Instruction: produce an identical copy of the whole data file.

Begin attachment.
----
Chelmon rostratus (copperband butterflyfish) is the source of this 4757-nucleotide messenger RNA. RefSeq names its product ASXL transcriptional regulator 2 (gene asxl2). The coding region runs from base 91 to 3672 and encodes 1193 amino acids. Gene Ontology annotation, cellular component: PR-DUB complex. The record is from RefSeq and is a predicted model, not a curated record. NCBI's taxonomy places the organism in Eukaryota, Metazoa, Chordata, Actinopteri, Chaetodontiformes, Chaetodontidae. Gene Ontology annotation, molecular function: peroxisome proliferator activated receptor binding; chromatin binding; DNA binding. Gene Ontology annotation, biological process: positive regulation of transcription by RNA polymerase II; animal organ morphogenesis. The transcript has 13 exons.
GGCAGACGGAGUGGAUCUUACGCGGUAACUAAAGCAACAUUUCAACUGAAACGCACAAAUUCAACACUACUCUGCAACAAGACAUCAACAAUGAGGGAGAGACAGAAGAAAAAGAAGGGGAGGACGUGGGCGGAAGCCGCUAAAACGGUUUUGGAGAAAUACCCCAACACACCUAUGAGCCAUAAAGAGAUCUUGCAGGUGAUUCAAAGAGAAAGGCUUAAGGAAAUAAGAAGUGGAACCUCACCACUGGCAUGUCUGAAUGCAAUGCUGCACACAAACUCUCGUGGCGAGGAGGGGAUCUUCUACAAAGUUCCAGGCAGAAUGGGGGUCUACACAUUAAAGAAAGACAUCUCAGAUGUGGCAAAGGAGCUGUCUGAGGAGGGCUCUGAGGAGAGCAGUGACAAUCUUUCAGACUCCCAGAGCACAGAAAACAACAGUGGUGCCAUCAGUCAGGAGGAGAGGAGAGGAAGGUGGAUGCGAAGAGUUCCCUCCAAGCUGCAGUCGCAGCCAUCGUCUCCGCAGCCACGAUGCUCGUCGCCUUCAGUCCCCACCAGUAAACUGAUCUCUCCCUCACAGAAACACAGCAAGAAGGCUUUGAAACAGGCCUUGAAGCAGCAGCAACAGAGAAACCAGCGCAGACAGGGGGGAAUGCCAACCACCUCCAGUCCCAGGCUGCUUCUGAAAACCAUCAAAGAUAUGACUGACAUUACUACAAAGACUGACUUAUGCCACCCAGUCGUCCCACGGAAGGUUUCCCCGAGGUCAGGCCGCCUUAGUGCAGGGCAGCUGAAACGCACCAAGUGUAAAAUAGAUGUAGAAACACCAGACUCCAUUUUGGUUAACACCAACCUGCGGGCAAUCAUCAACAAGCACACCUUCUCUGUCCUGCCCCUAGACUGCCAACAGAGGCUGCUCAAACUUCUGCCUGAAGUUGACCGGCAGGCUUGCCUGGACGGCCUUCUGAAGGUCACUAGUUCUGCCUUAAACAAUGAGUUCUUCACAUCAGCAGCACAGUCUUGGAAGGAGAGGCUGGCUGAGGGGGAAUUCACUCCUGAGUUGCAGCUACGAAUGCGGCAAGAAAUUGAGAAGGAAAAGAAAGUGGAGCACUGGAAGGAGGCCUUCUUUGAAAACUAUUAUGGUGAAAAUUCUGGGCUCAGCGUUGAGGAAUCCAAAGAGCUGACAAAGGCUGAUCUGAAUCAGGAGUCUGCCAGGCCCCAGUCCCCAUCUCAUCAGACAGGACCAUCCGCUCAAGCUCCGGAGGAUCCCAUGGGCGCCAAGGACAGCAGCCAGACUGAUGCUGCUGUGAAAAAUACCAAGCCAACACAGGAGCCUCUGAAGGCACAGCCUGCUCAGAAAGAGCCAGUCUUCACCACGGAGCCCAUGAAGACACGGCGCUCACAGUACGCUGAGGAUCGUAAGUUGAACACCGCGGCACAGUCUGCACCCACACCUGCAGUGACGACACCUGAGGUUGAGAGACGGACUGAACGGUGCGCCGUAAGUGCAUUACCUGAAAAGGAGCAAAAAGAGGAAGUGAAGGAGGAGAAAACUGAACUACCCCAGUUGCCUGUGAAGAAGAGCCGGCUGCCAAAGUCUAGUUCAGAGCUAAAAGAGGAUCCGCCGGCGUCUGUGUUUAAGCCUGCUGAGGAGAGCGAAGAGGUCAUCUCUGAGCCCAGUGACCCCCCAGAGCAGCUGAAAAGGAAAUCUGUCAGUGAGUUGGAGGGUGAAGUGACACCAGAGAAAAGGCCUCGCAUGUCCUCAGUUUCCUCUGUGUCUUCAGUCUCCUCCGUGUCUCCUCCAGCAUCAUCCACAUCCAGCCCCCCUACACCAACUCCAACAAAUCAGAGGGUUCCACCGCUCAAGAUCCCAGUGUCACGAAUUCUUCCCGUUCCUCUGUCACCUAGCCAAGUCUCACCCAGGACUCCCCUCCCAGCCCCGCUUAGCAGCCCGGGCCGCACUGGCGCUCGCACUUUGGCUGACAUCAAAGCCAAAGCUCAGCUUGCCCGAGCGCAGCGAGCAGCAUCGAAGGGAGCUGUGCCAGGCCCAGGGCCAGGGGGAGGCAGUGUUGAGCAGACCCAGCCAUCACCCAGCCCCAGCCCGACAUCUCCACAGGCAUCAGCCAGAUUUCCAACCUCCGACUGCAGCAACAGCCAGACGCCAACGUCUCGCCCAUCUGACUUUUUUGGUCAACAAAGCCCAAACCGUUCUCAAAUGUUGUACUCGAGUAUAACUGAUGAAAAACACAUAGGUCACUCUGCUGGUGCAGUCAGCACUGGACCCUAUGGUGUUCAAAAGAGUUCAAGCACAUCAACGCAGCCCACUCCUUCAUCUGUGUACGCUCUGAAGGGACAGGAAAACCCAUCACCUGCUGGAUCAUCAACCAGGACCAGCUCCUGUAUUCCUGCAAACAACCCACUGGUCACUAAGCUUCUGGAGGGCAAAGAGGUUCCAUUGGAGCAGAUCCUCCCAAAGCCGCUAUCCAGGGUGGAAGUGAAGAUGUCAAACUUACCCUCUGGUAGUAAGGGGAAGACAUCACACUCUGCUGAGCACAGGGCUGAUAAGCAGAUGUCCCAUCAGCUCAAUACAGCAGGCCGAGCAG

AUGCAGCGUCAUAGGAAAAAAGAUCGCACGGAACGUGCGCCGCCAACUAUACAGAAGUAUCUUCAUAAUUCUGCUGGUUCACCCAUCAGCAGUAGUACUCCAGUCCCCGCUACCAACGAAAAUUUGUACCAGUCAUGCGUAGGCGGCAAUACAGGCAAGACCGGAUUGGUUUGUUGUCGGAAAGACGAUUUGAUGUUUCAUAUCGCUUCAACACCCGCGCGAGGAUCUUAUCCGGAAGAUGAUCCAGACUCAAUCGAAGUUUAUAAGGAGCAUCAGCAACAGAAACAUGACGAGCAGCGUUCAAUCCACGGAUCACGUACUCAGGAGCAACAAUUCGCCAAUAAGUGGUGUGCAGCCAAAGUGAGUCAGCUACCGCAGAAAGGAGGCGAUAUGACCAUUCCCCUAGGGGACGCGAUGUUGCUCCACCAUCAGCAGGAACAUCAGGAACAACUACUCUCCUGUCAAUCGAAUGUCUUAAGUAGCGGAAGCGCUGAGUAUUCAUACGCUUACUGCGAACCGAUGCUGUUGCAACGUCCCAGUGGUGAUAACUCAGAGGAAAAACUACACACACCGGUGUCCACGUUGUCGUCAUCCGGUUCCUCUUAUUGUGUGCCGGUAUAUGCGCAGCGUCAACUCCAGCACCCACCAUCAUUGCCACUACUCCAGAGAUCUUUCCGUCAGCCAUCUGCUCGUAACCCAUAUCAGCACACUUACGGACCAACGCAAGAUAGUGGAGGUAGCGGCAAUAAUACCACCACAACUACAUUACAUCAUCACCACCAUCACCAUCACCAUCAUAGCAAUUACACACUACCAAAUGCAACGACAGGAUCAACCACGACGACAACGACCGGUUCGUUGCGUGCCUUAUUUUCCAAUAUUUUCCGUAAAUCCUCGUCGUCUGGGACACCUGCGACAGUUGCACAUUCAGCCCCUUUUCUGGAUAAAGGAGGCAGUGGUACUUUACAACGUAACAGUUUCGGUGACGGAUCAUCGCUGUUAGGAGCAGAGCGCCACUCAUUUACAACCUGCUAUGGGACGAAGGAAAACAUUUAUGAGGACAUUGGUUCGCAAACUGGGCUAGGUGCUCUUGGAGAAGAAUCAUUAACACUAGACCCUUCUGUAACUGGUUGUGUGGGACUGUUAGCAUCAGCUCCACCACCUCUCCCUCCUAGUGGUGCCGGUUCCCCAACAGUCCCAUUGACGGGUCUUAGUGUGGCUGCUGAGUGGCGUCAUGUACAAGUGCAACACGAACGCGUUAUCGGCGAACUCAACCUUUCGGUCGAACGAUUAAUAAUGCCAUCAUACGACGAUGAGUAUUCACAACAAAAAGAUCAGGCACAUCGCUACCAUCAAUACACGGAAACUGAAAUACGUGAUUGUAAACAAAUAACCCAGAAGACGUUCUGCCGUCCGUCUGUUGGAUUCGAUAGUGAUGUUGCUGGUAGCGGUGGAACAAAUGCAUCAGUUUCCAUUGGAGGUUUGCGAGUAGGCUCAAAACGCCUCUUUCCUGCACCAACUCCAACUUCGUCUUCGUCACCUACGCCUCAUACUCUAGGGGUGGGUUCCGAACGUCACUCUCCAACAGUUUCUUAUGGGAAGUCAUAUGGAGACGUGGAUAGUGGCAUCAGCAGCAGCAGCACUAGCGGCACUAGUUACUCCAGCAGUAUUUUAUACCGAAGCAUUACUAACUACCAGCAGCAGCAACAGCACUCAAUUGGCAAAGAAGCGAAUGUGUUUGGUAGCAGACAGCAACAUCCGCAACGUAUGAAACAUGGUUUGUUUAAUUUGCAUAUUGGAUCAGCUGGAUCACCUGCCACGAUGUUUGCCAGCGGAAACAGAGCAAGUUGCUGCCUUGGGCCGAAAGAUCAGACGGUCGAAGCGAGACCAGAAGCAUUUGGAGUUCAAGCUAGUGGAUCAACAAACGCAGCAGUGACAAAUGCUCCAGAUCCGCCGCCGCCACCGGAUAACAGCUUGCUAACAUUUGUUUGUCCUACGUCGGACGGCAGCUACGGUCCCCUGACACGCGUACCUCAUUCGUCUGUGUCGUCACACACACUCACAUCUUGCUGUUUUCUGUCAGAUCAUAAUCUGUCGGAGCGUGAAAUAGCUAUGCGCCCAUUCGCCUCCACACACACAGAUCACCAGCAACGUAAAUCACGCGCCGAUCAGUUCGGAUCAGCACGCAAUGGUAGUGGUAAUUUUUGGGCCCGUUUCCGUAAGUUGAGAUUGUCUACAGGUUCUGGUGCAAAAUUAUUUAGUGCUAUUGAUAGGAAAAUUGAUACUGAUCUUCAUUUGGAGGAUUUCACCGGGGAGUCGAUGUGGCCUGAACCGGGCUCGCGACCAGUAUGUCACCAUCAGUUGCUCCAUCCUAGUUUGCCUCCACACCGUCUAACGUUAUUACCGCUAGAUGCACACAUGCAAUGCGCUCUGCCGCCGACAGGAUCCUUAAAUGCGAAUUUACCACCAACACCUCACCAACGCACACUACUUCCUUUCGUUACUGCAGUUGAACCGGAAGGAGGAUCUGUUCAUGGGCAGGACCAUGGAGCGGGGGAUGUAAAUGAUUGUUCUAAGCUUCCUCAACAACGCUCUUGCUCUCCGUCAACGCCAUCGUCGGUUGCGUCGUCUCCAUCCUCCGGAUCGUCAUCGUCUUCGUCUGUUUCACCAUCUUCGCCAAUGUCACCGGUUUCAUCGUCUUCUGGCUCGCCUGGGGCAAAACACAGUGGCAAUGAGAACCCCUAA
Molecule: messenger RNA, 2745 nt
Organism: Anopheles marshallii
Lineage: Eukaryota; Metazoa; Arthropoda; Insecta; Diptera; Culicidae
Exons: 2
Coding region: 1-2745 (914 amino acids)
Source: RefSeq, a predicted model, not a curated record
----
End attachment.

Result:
Chelmon rostratus (copperband butterflyfish) is the source of this 4757-nucleotide messenger RNA. RefSeq names its product ASXL transcriptional regulator 2 (gene asxl2). The coding region runs from base 91 to 3672 and encodes 1193 amino acids. Gene Ontology annotation, cellular component: PR-DUB complex. The record is from RefSeq and is a predicted model, not a curated record. NCBI's taxonomy places the organism in Eukaryota, Metazoa, Chordata, Actinopteri, Chaetodontiformes, Chaetodontidae. Gene Ontology annotation, molecular function: peroxisome proliferator activated receptor binding; chromatin binding; DNA binding. Gene Ontology annotation, biological process: positive regulation of transcription by RNA polymerase II; animal organ morphogenesis. The transcript has 13 exons.
GGCAGACGGAGUGGAUCUUACGCGGUAACUAAAGCAACAUUUCAACUGAAACGCACAAAUUCAACACUACUCUGCAACAAGACAUCAACAAUGAGGGAGAGACAGAAGAAAAAGAAGGGGAGGACGUGGGCGGAAGCCGCUAAAACGGUUUUGGAGAAAUACCCCAACACACCUAUGAGCCAUAAAGAGAUCUUGCAGGUGAUUCAAAGAGAAAGGCUUAAGGAAAUAAGAAGUGGAACCUCACCACUGGCAUGUCUGAAUGCAAUGCUGCACACAAACUCUCGUGGCGAGGAGGGGAUCUUCUACAAAGUUCCAGGCAGAAUGGGGGUCUACACAUUAAAGAAAGACAUCUCAGAUGUGGCAAAGGAGCUGUCUGAGGAGGGCUCUGAGGAGAGCAGUGACAAUCUUUCAGACUCCCAGAGCACAGAAAACAACAGUGGUGCCAUCAGUCAGGAGGAGAGGAGAGGAAGGUGGAUGCGAAGAGUUCCCUCCAAGCUGCAGUCGCAGCCAUCGUCUCCGCAGCCACGAUGCUCGUCGCCUUCAGUCCCCACCAGUAAACUGAUCUCUCCCUCACAGAAACACAGCAAGAAGGCUUUGAAACAGGCCUUGAAGCAGCAGCAACAGAGAAACCAGCGCAGACAGGGGGGAAUGCCAACCACCUCCAGUCCCAGGCUGCUUCUGAAAACCAUCAAAGAUAUGACUGACAUUACUACAAAGACUGACUUAUGCCACCCAGUCGUCCCACGGAAGGUUUCCCCGAGGUCAGGCCGCCUUAGUGCAGGGCAGCUGAAACGCACCAAGUGUAAAAUAGAUGUAGAAACACCAGACUCCAUUUUGGUUAACACCAACCUGCGGGCAAUCAUCAACAAGCACACCUUCUCUGUCCUGCCCCUAGACUGCCAACAGAGGCUGCUCAAACUUCUGCCUGAAGUUGACCGGCAGGCUUGCCUGGACGGCCUUCUGAAGGUCACUAGUUCUGCCUUAAACAAUGAGUUCUUCACAUCAGCAGCACAGUCUUGGAAGGAGAGGCUGGCUGAGGGGGAAUUCACUCCUGAGUUGCAGCUACGAAUGCGGCAAGAAAUUGAGAAGGAAAAGAAAGUGGAGCACUGGAAGGAGGCCUUCUUUGAAAACUAUUAUGGUGAAAAUUCUGGGCUCAGCGUUGAGGAAUCCAAAGAGCUGACAAAGGCUGAUCUGAAUCAGGAGUCUGCCAGGCCCCAGUCCCCAUCUCAUCAGACAGGACCAUCCGCUCAAGCUCCGGAGGAUCCCAUGGGCGCCAAGGACAGCAGCCAGACUGAUGCUGCUGUGAAAAAUACCAAGCCAACACAGGAGCCUCUGAAGGCACAGCCUGCUCAGAAAGAGCCAGUCUUCACCACGGAGCCCAUGAAGACACGGCGCUCACAGUACGCUGAGGAUCGUAAGUUGAACACCGCGGCACAGUCUGCACCCACACCUGCAGUGACGACACCUGAGGUUGAGAGACGGACUGAACGGUGCGCCGUAAGUGCAUUACCUGAAAAGGAGCAAAAAGAGGAAGUGAAGGAGGAGAAAACUGAACUACCCCAGUUGCCUGUGAAGAAGAGCCGGCUGCCAAAGUCUAGUUCAGAGCUAAAAGAGGAUCCGCCGGCGUCUGUGUUUAAGCCUGCUGAGGAGAGCGAAGAGGUCAUCUCUGAGCCCAGUGACCCCCCAGAGCAGCUGAAAAGGAAAUCUGUCAGUGAGUUGGAGGGUGAAGUGACACCAGAGAAAAGGCCUCGCAUGUCCUCAGUUUCCUCUGUGUCUUCAGUCUCCUCCGUGUCUCCUCCAGCAUCAUCCACAUCCAGCCCCCCUACACCAACUCCAACAAAUCAGAGGGUUCCACCGCUCAAGAUCCCAGUGUCACGAAUUCUUCCCGUUCCUCUGUCACCUAGCCAAGUCUCACCCAGGACUCCCCUCCCAGCCCCGCUUAGCAGCCCGGGCCGCACUGGCGCUCGCACUUUGGCUGACAUCAAAGCCAAAGCUCAGCUUGCCCGAGCGCAGCGAGCAGCAUCGAAGGGAGCUGUGCCAGGCCCAGGGCCAGGGGGAGGCAGUGUUGAGCAGACCCAGCCAUCACCCAGCCCCAGCCCGACAUCUCCACAGGCAUCAGCCAGAUUUCCAACCUCCGACUGCAGCAACAGCCAGACGCCAACGUCUCGCCCAUCUGACUUUUUUGGUCAACAAAGCCCAAACCGUUCUCAAAUGUUGUACUCGAGUAUAACUGAUGAAAAACACAUAGGUCACUCUGCUGGUGCAGUCAGCACUGGACCCUAUGGUGUUCAAAAGAGUUCAAGCACAUCAACGCAGCCCACUCCUUCAUCUGUGUACGCUCUGAAGGGACAGGAAAACCCAUCACCUGCUGGAUCAUCAACCAGGACCAGCUCCUGUAUUCCUGCAAACAACCCACUGGUCACUAAGCUUCUGGAGGGCAAAGAGGUUCCAUUGGAGCAGAUCCUCCCAAAGCCGCUAUCCAGGGUGGAAGUGAAGAUGUCAAACUUACCCUCUGGUAGUAAGGGGAAGACAUCACACUCUGCUGAGCACAGGGCUGAUAAGCAGAUGUCCCAUCAGCUCAAUACAGCAGGCCGAGCAG

AUGCAGCGUCAUAGGAAAAAAGAUCGCACGGAACGUGCGCCGCCAACUAUACAGAAGUAUCUUCAUAAUUCUGCUGGUUCACCCAUCAGCAGUAGUACUCCAGUCCCCGCUACCAACGAAAAUUUGUACCAGUCAUGCGUAGGCGGCAAUACAGGCAAGACCGGAUUGGUUUGUUGUCGGAAAGACGAUUUGAUGUUUCAUAUCGCUUCAACACCCGCGCGAGGAUCUUAUCCGGAAGAUGAUCCAGACUCAAUCGAAGUUUAUAAGGAGCAUCAGCAACAGAAACAUGACGAGCAGCGUUCAAUCCACGGAUCACGUACUCAGGAGCAACAAUUCGCCAAUAAGUGGUGUGCAGCCAAAGUGAGUCAGCUACCGCAGAAAGGAGGCGAUAUGACCAUUCCCCUAGGGGACGCGAUGUUGCUCCACCAUCAGCAGGAACAUCAGGAACAACUACUCUCCUGUCAAUCGAAUGUCUUAAGUAGCGGAAGCGCUGAGUAUUCAUACGCUUACUGCGAACCGAUGCUGUUGCAACGUCCCAGUGGUGAUAACUCAGAGGAAAAACUACACACACCGGUGUCCACGUUGUCGUCAUCCGGUUCCUCUUAUUGUGUGCCGGUAUAUGCGCAGCGUCAACUCCAGCACCCACCAUCAUUGCCACUACUCCAGAGAUCUUUCCGUCAGCCAUCUGCUCGUAACCCAUAUCAGCACACUUACGGACCAACGCAAGAUAGUGGAGGUAGCGGCAAUAAUACCACCACAACUACAUUACAUCAUCACCACCAUCACCAUCACCAUCAUAGCAAUUACACACUACCAAAUGCAACGACAGGAUCAACCACGACGACAACGACCGGUUCGUUGCGUGCCUUAUUUUCCAAUAUUUUCCGUAAAUCCUCGUCGUCUGGGACACCUGCGACAGUUGCACAUUCAGCCCCUUUUCUGGAUAAAGGAGGCAGUGGUACUUUACAACGUAACAGUUUCGGUGACGGAUCAUCGCUGUUAGGAGCAGAGCGCCACUCAUUUACAACCUGCUAUGGGACGAAGGAAAACAUUUAUGAGGACAUUGGUUCGCAAACUGGGCUAGGUGCUCUUGGAGAAGAAUCAUUAACACUAGACCCUUCUGUAACUGGUUGUGUGGGACUGUUAGCAUCAGCUCCACCACCUCUCCCUCCUAGUGGUGCCGGUUCCCCAACAGUCCCAUUGACGGGUCUUAGUGUGGCUGCUGAGUGGCGUCAUGUACAAGUGCAACACGAACGCGUUAUCGGCGAACUCAACCUUUCGGUCGAACGAUUAAUAAUGCCAUCAUACGACGAUGAGUAUUCACAACAAAAAGAUCAGGCACAUCGCUACCAUCAAUACACGGAAACUGAAAUACGUGAUUGUAAACAAAUAACCCAGAAGACGUUCUGCCGUCCGUCUGUUGGAUUCGAUAGUGAUGUUGCUGGUAGCGGUGGAACAAAUGCAUCAGUUUCCAUUGGAGGUUUGCGAGUAGGCUCAAAACGCCUCUUUCCUGCACCAACUCCAACUUCGUCUUCGUCACCUACGCCUCAUACUCUAGGGGUGGGUUCCGAACGUCACUCUCCAACAGUUUCUUAUGGGAAGUCAUAUGGAGACGUGGAUAGUGGCAUCAGCAGCAGCAGCACUAGCGGCACUAGUUACUCCAGCAGUAUUUUAUACCGAAGCAUUACUAACUACCAGCAGCAGCAACAGCACUCAAUUGGCAAAGAAGCGAAUGUGUUUGGUAGCAGACAGCAACAUCCGCAACGUAUGAAACAUGGUUUGUUUAAUUUGCAUAUUGGAUCAGCUGGAUCACCUGCCACGAUGUUUGCCAGCGGAAACAGAGCAAGUUGCUGCCUUGGGCCGAAAGAUCAGACGGUCGAAGCGAGACCAGAAGCAUUUGGAGUUCAAGCUAGUGGAUCAACAAACGCAGCAGUGACAAAUGCUCCAGAUCCGCCGCCGCCACCGGAUAACAGCUUGCUAACAUUUGUUUGUCCUACGUCGGACGGCAGCUACGGUCCCCUGACACGCGUACCUCAUUCGUCUGUGUCGUCACACACACUCACAUCUUGCUGUUUUCUGUCAGAUCAUAAUCUGUCGGAGCGUGAAAUAGCUAUGCGCCCAUUCGCCUCCACACACACAGAUCACCAGCAACGUAAAUCACGCGCCGAUCAGUUCGGAUCAGCACGCAAUGGUAGUGGUAAUUUUUGGGCCCGUUUCCGUAAGUUGAGAUUGUCUACAGGUUCUGGUGCAAAAUUAUUUAGUGCUAUUGAUAGGAAAAUUGAUACUGAUCUUCAUUUGGAGGAUUUCACCGGGGAGUCGAUGUGGCCUGAACCGGGCUCGCGACCAGUAUGUCACCAUCAGUUGCUCCAUCCUAGUUUGCCUCCACACCGUCUAACGUUAUUACCGCUAGAUGCACACAUGCAAUGCGCUCUGCCGCCGACAGGAUCCUUAAAUGCGAAUUUACCACCAACACCUCACCAACGCACACUACUUCCUUUCGUUACUGCAGUUGAACCGGAAGGAGGAUCUGUUCAUGGGCAGGACCAUGGAGCGGGGGAUGUAAAUGAUUGUUCUAAGCUUCCUCAACAACGCUCUUGCUCUCCGUCAACGCCAUCGUCGGUUGCGUCGUCUCCAUCCUCCGGAUCGUCAUCGUCUUCGUCUGUUUCACCAUCUUCGCCAAUGUCACCGGUUUCAUCGUCUUCUGGCUCGCCUGGGGCAAAACACAGUGGCAAUGAGAACCCCUAA
Molecule: messenger RNA, 2745 nt
Organism: Anopheles marshallii
Lineage: Eukaryota; Metazoa; Arthropoda; Insecta; Diptera; Culicidae
Exons: 2
Coding region: 1-2745 (914 amino acids)
Source: RefSeq, a predicted model, not a curated record